If you looked for ‘YuhYou’ in Korean-English dictionary, it defined as, composure; placidity; calmness; presence of mind. But ‘YuhYou’ means to me is the room near your heart, which let you have a special extra time and energy, beyond your busy life, to appreciate nature around you, including sunshine, clouds, and breeze; every little thing. I admire the word ‘YuhYou’, and it’s an important subject matter for me now. ‘YuhYou’ in my work let viewer to appreciate the beauty of marginal space in my work. Also, ‘YuhYou’ allow people to have a chance to acknowledge the beauty of natural feature. I want to give others ‘YuhYou’ visually and hopefully it could approach to their heart.

David Swanson [MFA, Cranbrook Academy of Art, Ceramics Dept.]

Lever: porcelain, steel: 2007

Transformation is a two sided coin, one side is growth, the other decay; the two elements can exist only together in symbiosis. My work reflects on the nature of these forces and the systems that employ them. I play the role of the designer of systems, the catalyst, the observer, and sometimes the subject. Materials, objects and images serve as records and metaphors for human parallels.

Dean Foster [BFA, Ceramics: Grand Valley State University]

Clay as Clay, Detail: White Stoneware, Reduction Fired, Cone 9: 2008

Memory is the driving force in what I am doing in ceramics. I impact the clay with an object from a memory. I also use the tool that is most accessible, my hands, to recreate my memories in the clay. I am creating my memories on the clay and the clay is becoming a duel memory device. The blocks have the present marks made by me and my past memories transferred through my hands into the piece. In my work I take an object and through a violent action create a mark representing a moment of violence in my own life. This started as a search for objects that were significant to my history. Take for example the 2x4, which I was violently struck with in the summer of 2002, used to represent that time, by violently striking the clay. My current work is an investigation in mark making that is about memories. As with any time in one’s life where a mark was left, you can say when, where and how you got the mark. How one obtained the scar or mark is very interesting to me, I find my own scars are the driving force behind my work. Now that has lead me to think about the object’s mark and what that means to other people. Currently the mark has been the focus of the piece in ways other than through memory. I have begun to use objects that have no particular history in my life, but they may trigger memories in others. Beyond the object change, I have juxtaposed the violent mark with the intricate design and elegance of a doily. Doilies have been historically used to protect fine furniture from the abuses of ceramic plate ware. This deepens the relationship between the material and the pattern within the mark. When the object is violently introduced onto the clay causing a mark, then covered by the doily, offers others a chance to bring their memories to the piece.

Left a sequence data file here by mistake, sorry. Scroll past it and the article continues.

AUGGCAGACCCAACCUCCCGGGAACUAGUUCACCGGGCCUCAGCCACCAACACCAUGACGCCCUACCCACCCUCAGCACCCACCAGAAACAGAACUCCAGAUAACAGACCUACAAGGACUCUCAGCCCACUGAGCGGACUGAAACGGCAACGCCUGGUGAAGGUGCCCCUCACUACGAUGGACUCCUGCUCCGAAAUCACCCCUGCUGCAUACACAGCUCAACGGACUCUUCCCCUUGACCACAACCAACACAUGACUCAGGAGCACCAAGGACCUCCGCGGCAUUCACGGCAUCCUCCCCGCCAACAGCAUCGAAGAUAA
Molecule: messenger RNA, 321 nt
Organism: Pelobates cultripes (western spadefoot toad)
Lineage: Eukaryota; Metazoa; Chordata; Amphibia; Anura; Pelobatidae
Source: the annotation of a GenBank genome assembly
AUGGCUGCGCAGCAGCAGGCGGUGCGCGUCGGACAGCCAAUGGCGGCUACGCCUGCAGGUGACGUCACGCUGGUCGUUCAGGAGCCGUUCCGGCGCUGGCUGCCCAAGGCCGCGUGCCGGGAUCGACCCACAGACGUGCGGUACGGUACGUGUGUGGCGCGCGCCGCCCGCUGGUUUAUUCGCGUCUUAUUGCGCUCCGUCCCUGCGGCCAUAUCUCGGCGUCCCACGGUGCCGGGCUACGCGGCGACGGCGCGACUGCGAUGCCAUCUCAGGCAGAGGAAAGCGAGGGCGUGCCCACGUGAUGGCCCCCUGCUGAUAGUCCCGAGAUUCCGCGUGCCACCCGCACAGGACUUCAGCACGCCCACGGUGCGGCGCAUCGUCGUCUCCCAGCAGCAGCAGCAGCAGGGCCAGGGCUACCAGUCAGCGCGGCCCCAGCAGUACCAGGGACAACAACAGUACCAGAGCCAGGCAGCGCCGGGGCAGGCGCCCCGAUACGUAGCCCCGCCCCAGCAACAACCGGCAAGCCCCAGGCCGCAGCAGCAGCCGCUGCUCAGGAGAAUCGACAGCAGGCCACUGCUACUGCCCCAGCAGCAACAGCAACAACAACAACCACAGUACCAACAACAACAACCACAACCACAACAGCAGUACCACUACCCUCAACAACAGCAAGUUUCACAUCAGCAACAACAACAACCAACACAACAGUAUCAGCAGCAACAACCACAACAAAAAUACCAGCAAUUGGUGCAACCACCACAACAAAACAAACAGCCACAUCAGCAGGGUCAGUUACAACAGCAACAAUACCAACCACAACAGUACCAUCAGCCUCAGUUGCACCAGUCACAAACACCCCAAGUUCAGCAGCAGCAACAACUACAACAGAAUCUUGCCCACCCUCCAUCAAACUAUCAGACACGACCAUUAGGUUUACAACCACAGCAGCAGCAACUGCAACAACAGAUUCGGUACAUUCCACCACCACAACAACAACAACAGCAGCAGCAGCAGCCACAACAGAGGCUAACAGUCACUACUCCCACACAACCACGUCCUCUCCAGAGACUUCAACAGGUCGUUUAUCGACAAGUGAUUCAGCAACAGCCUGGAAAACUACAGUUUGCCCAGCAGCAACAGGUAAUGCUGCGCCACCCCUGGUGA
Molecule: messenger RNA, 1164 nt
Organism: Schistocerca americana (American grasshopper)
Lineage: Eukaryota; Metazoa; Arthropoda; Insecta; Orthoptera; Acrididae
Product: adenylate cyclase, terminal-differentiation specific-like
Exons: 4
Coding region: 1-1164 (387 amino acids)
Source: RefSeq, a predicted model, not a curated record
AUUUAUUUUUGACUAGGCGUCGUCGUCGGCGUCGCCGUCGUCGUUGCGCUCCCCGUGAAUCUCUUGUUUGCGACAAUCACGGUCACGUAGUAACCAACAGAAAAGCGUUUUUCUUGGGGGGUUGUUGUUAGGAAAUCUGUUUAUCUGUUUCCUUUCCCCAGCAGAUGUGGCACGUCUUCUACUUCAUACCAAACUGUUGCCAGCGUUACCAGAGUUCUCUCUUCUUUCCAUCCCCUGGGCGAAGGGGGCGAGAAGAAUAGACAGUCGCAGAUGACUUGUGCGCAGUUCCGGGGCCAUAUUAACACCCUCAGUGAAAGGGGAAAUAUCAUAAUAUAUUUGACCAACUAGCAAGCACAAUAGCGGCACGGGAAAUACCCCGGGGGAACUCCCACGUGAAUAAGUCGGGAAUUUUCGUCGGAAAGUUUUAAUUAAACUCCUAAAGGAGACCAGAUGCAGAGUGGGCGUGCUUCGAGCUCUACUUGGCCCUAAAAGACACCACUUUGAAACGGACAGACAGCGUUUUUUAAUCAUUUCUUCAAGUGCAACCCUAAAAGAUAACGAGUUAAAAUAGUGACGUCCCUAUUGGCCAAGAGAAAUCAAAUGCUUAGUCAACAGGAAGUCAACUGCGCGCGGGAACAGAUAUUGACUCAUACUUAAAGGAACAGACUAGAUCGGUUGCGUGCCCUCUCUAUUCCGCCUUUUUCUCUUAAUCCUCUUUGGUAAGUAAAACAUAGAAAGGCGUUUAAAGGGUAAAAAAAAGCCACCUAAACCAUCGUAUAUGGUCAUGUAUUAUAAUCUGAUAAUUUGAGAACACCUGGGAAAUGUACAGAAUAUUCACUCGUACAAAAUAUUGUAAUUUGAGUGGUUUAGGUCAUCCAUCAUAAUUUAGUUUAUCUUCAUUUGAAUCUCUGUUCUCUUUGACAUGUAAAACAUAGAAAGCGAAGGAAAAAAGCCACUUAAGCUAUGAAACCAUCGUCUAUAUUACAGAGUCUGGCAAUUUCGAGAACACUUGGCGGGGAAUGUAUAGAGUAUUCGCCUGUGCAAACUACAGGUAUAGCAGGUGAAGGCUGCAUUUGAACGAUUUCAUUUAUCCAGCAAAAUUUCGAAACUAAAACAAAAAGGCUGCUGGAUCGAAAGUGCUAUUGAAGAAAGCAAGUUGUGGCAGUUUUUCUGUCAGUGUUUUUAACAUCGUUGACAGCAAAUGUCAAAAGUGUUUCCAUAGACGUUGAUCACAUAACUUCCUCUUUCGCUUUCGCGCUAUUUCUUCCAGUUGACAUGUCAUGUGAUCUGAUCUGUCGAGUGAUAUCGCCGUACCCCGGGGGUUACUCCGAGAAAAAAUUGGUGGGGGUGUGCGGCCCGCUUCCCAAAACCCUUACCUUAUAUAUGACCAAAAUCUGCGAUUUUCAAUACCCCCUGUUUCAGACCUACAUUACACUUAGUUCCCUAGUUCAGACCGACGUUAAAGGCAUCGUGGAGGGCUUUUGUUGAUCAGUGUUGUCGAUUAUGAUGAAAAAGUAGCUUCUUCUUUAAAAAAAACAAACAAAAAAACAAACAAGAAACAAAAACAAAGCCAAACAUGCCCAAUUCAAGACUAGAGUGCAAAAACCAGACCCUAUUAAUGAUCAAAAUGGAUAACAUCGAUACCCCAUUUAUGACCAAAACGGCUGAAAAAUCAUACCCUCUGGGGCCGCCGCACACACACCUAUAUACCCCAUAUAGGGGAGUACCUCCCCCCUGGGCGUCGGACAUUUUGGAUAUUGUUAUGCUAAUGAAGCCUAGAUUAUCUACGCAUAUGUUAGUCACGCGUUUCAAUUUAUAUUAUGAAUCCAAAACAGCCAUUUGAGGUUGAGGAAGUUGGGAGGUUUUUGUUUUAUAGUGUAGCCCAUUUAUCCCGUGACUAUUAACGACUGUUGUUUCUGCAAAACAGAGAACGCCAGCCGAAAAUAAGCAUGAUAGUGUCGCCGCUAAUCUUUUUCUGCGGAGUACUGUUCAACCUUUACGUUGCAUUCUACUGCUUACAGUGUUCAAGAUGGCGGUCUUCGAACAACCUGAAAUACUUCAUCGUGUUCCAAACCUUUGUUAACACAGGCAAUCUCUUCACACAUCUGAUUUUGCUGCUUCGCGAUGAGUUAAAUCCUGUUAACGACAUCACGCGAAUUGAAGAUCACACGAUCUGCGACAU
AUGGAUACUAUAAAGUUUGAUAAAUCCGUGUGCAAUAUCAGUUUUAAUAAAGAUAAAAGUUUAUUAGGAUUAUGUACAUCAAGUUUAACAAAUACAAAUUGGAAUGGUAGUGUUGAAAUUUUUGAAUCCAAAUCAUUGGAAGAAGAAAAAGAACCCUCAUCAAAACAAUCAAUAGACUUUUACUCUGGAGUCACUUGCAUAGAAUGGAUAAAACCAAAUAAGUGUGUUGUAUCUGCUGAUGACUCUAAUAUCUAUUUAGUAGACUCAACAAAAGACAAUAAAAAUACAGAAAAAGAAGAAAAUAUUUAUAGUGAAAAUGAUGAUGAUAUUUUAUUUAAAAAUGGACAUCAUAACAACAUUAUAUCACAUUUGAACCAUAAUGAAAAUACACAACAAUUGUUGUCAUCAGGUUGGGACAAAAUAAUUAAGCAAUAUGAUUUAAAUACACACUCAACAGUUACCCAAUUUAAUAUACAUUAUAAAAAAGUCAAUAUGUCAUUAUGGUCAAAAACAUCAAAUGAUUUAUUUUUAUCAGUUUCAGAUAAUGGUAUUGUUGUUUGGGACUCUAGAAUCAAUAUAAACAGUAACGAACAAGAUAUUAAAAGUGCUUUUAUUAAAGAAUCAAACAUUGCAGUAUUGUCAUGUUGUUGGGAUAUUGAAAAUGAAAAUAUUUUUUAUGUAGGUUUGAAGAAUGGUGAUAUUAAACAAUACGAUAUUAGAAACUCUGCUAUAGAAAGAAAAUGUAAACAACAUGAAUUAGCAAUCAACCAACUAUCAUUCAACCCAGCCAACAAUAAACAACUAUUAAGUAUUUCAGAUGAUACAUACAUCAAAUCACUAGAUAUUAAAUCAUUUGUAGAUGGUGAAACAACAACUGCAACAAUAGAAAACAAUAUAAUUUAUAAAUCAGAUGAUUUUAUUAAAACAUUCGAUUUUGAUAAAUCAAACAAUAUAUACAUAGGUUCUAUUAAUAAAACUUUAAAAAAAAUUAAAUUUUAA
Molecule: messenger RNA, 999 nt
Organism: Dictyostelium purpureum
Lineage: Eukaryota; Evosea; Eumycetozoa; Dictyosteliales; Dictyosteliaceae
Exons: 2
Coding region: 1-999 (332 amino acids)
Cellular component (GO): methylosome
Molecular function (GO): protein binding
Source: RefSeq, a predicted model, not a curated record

Jeni Hansen
[Ceramics: Grand Valley State University]

Vases: Stoneware & Glaze: Cone 9 ox: 6”x4” Each: 2008

As an artist I am compelled to create work that can be used everyday. I am drawn to the making of functional objects in ceramics. My current focus is still on making functional wears but also in discovering design elements that will make the most striking and yet successful pieces. I use several techniques in the clay from carving to glaze application. I am fascinated by the space that is created around these shapes especially in pairs. I am most interested in the relationship between the piece and the holder. Discovering what parts of my work will come together to create the right fit. I encourage the viewer to pick up my work, to touch it and to use it.

Drew Ippoliti
[MFA, Crabrook Academy of Art / BFA, Masachusetts College of Art & Design]

Life of Plenty

Conceive. Perceive. Deceive. Receive. These words sum up the artistic process, which drives my studio practice. With my work I attempt to question the relationship between individual and society. What do the few owe the many and how does one reconcile what they should extract from the mass? Through a process of ritualized labor, I search for answers to this highly charged question. My objects embody the essence of the relationship between the solitary and the community, providing an experience that encourages the viewer to fabricate their own answers.

Katie Caron [MFA, Cranbrook Academy of Art / BS, Boston University]

Wire Animation: Video projection, stop motion animation, wire, clay: 2008